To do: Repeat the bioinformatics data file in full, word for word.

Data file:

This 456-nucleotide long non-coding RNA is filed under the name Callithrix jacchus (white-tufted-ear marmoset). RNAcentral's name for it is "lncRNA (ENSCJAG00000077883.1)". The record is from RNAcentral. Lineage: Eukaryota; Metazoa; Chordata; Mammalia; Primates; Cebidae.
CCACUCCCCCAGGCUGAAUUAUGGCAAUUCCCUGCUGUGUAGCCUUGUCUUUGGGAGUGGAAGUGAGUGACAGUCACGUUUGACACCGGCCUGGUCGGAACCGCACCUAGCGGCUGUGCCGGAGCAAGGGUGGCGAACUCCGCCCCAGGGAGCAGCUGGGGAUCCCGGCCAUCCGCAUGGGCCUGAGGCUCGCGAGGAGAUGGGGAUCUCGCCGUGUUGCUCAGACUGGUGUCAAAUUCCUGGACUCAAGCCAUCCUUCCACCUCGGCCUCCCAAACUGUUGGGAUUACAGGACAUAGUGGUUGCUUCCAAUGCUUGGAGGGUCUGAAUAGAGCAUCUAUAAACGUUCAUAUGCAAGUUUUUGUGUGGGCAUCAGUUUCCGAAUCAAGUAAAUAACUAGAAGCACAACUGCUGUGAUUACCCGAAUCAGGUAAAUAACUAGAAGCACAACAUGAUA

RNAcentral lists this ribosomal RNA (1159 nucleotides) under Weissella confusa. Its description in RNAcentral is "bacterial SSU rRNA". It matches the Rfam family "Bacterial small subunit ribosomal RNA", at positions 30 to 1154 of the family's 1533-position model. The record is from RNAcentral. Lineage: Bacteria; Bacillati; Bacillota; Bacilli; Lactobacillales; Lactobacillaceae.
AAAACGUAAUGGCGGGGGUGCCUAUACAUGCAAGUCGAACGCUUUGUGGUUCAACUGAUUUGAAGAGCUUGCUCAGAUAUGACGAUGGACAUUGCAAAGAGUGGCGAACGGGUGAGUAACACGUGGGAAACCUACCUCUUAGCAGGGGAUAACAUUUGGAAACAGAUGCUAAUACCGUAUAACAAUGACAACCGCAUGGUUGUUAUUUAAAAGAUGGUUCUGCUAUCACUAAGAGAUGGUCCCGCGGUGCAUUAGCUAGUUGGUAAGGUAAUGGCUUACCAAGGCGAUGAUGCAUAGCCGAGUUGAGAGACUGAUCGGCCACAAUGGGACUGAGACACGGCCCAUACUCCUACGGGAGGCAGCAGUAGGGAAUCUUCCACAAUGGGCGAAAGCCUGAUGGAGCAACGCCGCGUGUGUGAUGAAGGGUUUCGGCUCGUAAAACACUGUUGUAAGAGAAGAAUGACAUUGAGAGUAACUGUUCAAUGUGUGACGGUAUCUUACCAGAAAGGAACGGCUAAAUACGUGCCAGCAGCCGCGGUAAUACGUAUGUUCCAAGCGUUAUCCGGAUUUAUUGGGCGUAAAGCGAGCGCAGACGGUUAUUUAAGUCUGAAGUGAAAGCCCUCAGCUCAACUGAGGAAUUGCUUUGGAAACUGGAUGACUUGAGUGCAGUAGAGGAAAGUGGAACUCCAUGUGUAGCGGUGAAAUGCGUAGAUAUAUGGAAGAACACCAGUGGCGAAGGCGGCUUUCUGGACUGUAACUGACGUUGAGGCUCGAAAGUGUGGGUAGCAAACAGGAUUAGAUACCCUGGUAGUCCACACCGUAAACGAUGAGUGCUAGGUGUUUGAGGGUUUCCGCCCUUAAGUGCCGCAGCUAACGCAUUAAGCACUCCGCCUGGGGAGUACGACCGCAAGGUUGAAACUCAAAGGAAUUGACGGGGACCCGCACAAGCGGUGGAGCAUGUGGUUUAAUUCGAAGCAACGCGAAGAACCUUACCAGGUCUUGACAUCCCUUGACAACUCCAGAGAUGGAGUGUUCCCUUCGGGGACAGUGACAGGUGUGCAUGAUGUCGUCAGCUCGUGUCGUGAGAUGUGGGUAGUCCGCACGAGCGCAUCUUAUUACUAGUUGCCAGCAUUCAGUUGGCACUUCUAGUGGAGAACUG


This 456-nucleotide long non-coding RNA is filed under the name Callithrix jacchus (white-tufted-ear marmoset). RNAcentral's name for it is "lncRNA (ENSCJAG00000077883.1)". The record is from RNAcentral. Lineage: Eukaryota; Metazoa; Chordata; Mammalia; Primates; Cebidae.
CCACUCCCCCAGGCUGAAUUAUGGCAAUUCCCUGCUGUGUAGCCUUGUCUUUGGGAGUGGAAGUGAGUGACAGUCACGUUUGACACCGGCCUGGUCGGAACCGCACCUAGCGGCUGUGCCGGAGCAAGGGUGGCGAACUCCGCCCCAGGGAGCAGCUGGGGAUCCCGGCCAUCCGCAUGGGCCUGAGGCUCGCGAGGAGAUGGGGAUCUCGCCGUGUUGCUCAGACUGGUGUCAAAUUCCUGGACUCAAGCCAUCCUUCCACCUCGGCCUCCCAAACUGUUGGGAUUACAGGACAUAGUGGUUGCUUCCAAUGCUUGGAGGGUCUGAAUAGAGCAUCUAUAAACGUUCAUAUGCAAGUUUUUGUGUGGGCAUCAGUUUCCGAAUCAAGUAAAUAACUAGAAGCACAACUGCUGUGAUUACCCGAAUCAGGUAAAUAACUAGAAGCACAACAUGAUA

RNAcentral lists this ribosomal RNA (1159 nucleotides) under Weissella confusa. Its description in RNAcentral is "bacterial SSU rRNA". It matches the Rfam family "Bacterial small subunit ribosomal RNA", at positions 30 to 1154 of the family's 1533-position model. The record is from RNAcentral. Lineage: Bacteria; Bacillati; Bacillota; Bacilli; Lactobacillales; Lactobacillaceae.
AAAACGUAAUGGCGGGGGUGCCUAUACAUGCAAGUCGAACGCUUUGUGGUUCAACUGAUUUGAAGAGCUUGCUCAGAUAUGACGAUGGACAUUGCAAAGAGUGGCGAACGGGUGAGUAACACGUGGGAAACCUACCUCUUAGCAGGGGAUAACAUUUGGAAACAGAUGCUAAUACCGUAUAACAAUGACAACCGCAUGGUUGUUAUUUAAAAGAUGGUUCUGCUAUCACUAAGAGAUGGUCCCGCGGUGCAUUAGCUAGUUGGUAAGGUAAUGGCUUACCAAGGCGAUGAUGCAUAGCCGAGUUGAGAGACUGAUCGGCCACAAUGGGACUGAGACACGGCCCAUACUCCUACGGGAGGCAGCAGUAGGGAAUCUUCCACAAUGGGCGAAAGCCUGAUGGAGCAACGCCGCGUGUGUGAUGAAGGGUUUCGGCUCGUAAAACACUGUUGUAAGAGAAGAAUGACAUUGAGAGUAACUGUUCAAUGUGUGACGGUAUCUUACCAGAAAGGAACGGCUAAAUACGUGCCAGCAGCCGCGGUAAUACGUAUGUUCCAAGCGUUAUCCGGAUUUAUUGGGCGUAAAGCGAGCGCAGACGGUUAUUUAAGUCUGAAGUGAAAGCCCUCAGCUCAACUGAGGAAUUGCUUUGGAAACUGGAUGACUUGAGUGCAGUAGAGGAAAGUGGAACUCCAUGUGUAGCGGUGAAAUGCGUAGAUAUAUGGAAGAACACCAGUGGCGAAGGCGGCUUUCUGGACUGUAACUGACGUUGAGGCUCGAAAGUGUGGGUAGCAAACAGGAUUAGAUACCCUGGUAGUCCACACCGUAAACGAUGAGUGCUAGGUGUUUGAGGGUUUCCGCCCUUAAGUGCCGCAGCUAACGCAUUAAGCACUCCGCCUGGGGAGUACGACCGCAAGGUUGAAACUCAAAGGAAUUGACGGGGACCCGCACAAGCGGUGGAGCAUGUGGUUUAAUUCGAAGCAACGCGAAGAACCUUACCAGGUCUUGACAUCCCUUGACAACUCCAGAGAUGGAGUGUUCCCUUCGGGGACAGUGACAGGUGUGCAUGAUGUCGUCAGCUCGUGUCGUGAGAUGUGGGUAGUCCGCACGAGCGCAUCUUAUUACUAGUUGCCAGCAUUCAGUUGGCACUUCUAGUGGAGAACUG